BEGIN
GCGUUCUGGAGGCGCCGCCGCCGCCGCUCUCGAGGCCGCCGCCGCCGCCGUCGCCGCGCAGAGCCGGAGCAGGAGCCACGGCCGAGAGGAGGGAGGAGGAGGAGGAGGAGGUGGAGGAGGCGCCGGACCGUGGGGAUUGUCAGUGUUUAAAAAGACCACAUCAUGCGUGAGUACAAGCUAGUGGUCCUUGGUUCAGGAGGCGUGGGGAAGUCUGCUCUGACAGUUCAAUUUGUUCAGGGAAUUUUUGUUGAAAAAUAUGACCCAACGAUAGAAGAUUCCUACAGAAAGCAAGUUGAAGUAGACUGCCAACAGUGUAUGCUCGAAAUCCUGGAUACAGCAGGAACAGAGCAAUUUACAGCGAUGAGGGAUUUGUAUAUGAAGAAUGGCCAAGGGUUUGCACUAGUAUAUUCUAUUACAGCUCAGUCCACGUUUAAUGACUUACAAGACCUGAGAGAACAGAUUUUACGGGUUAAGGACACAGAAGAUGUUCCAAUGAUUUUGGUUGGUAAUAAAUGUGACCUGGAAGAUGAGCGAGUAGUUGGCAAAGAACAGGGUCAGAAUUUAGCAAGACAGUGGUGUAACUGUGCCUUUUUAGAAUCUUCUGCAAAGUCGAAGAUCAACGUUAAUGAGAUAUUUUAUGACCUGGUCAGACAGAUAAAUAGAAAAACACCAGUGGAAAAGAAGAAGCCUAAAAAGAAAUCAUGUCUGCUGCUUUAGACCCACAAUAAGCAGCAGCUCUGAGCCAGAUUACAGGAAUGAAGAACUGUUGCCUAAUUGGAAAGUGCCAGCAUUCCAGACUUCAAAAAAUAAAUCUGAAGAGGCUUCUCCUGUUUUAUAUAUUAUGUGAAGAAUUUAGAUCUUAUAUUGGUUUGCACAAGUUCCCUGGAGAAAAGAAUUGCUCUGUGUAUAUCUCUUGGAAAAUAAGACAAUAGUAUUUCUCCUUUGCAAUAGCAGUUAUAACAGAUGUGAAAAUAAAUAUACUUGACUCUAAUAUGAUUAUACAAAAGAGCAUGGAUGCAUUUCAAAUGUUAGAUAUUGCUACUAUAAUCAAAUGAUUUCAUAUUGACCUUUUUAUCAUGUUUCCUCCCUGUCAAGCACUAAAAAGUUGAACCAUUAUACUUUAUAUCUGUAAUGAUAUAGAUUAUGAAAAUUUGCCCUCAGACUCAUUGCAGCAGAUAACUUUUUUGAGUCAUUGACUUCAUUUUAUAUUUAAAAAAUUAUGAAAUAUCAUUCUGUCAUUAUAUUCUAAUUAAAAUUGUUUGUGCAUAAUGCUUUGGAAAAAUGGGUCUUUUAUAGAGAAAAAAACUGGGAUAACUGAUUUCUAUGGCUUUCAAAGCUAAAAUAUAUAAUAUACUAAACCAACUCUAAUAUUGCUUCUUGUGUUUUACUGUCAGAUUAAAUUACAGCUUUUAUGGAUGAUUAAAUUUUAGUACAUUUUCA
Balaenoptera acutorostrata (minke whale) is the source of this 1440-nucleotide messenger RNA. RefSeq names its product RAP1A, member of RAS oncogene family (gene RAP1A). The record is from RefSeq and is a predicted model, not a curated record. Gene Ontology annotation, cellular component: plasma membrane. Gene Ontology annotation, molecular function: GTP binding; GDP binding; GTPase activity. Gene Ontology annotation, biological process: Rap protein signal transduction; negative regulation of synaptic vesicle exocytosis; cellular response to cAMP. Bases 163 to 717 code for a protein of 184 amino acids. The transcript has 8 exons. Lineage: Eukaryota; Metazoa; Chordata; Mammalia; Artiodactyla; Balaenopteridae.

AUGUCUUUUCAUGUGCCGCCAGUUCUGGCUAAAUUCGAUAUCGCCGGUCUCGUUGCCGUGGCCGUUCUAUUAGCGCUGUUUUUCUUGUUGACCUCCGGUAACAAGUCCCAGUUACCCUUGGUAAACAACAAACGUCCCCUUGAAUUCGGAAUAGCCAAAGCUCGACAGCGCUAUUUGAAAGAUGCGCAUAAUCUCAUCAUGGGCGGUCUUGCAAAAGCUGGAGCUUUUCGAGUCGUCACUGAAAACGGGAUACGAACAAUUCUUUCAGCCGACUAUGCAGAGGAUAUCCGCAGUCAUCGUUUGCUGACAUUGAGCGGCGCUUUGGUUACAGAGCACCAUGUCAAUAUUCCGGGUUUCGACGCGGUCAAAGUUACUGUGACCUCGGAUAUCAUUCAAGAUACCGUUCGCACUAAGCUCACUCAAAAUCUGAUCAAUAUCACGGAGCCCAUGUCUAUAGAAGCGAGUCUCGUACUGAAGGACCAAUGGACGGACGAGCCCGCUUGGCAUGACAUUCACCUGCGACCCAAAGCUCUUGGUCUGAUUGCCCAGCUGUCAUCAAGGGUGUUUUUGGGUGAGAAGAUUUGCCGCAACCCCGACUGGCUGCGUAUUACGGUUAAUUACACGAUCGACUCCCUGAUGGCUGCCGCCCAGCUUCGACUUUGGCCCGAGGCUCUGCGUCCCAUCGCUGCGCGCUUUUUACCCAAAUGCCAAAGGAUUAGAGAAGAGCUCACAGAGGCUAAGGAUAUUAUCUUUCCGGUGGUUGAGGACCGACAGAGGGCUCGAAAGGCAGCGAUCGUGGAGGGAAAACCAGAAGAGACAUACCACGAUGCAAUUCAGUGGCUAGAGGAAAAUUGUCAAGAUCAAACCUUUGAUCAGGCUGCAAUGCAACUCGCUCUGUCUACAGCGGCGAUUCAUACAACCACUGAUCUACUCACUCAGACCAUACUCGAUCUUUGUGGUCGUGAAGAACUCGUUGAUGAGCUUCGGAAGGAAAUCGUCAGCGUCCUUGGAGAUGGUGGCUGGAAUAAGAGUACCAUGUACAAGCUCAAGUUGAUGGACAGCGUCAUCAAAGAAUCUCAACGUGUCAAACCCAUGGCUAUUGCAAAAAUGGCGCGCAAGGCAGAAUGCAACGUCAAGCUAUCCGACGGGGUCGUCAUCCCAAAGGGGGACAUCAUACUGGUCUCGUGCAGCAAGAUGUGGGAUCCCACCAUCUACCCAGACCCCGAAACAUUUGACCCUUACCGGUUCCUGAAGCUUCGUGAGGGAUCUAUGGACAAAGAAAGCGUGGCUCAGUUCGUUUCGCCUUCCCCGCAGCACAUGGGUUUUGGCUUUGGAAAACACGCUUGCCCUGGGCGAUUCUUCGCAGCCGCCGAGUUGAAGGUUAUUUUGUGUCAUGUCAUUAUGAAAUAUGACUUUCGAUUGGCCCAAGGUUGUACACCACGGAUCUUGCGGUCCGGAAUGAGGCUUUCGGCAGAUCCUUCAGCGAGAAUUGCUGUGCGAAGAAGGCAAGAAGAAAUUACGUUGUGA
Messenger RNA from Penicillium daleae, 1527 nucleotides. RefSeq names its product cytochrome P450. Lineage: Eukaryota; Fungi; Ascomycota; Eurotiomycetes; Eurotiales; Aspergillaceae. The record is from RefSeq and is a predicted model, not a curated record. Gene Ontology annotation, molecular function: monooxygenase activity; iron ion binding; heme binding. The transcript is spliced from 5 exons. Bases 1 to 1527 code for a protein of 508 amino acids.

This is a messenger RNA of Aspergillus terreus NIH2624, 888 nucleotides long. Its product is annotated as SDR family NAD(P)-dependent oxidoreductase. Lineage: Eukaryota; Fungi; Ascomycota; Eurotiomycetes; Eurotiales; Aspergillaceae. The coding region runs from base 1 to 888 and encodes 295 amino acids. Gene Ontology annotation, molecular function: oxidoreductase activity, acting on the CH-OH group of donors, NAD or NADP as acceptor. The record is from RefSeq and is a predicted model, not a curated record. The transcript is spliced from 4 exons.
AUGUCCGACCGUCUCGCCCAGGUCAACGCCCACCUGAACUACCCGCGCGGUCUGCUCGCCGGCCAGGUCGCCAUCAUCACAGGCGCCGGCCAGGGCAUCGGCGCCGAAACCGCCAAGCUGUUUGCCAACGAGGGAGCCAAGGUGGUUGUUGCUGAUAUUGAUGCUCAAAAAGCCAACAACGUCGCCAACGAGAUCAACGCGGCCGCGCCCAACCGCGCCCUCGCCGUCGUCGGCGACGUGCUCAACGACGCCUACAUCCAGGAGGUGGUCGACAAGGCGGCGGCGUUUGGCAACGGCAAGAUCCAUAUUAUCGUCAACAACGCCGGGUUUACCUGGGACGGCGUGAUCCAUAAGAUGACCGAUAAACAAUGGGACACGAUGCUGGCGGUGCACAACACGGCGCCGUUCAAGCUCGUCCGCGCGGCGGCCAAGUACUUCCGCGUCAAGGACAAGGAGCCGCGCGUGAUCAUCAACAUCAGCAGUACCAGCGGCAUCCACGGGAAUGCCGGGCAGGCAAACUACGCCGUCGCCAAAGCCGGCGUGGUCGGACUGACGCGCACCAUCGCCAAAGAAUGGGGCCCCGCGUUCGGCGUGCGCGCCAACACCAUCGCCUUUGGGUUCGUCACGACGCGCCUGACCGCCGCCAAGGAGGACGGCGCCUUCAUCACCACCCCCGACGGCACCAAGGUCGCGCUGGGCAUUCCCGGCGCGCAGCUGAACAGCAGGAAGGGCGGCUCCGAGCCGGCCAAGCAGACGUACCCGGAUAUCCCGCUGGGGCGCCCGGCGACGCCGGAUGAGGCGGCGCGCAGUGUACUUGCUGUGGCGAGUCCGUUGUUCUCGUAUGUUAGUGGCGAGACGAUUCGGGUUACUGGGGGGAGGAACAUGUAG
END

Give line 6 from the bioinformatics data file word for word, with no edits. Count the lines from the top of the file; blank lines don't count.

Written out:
AUGUCCGACCGUCUCGCCCAGGUCAACGCCCACCUGAACUACCCGCGCGGUCUGCUCGCCGGCCAGGUCGCCAUCAUCACAGGCGCCGGCCAGGGCAUCGGCGCCGAAACCGCCAAGCUGUUUGCCAACGAGGGAGCCAAGGUGGUUGUUGCUGAUAUUGAUGCUCAAAAAGCCAACAACGUCGCCAACGAGAUCAACGCGGCCGCGCCCAACCGCGCCCUCGCCGUCGUCGGCGACGUGCUCAACGACGCCUACAUCCAGGAGGUGGUCGACAAGGCGGCGGCGUUUGGCAACGGCAAGAUCCAUAUUAUCGUCAACAACGCCGGGUUUACCUGGGACGGCGUGAUCCAUAAGAUGACCGAUAAACAAUGGGACACGAUGCUGGCGGUGCACAACACGGCGCCGUUCAAGCUCGUCCGCGCGGCGGCCAAGUACUUCCGCGUCAAGGACAAGGAGCCGCGCGUGAUCAUCAACAUCAGCAGUACCAGCGGCAUCCACGGGAAUGCCGGGCAGGCAAACUACGCCGUCGCCAAAGCCGGCGUGGUCGGACUGACGCGCACCAUCGCCAAAGAAUGGGGCCCCGCGUUCGGCGUGCGCGCCAACACCAUCGCCUUUGGGUUCGUCACGACGCGCCUGACCGCCGCCAAGGAGGACGGCGCCUUCAUCACCACCCCCGACGGCACCAAGGUCGCGCUGGGCAUUCCCGGCGCGCAGCUGAACAGCAGGAAGGGCGGCUCCGAGCCGGCCAAGCAGACGUACCCGGAUAUCCCGCUGGGGCGCCCGGCGACGCCGGAUGAGGCGGCGCGCAGUGUACUUGCUGUGGCGAGUCCGUUGUUCUCGUAUGUUAGUGGCGAGACGAUUCGGGUUACUGGGGGGAGGAACAUGUAG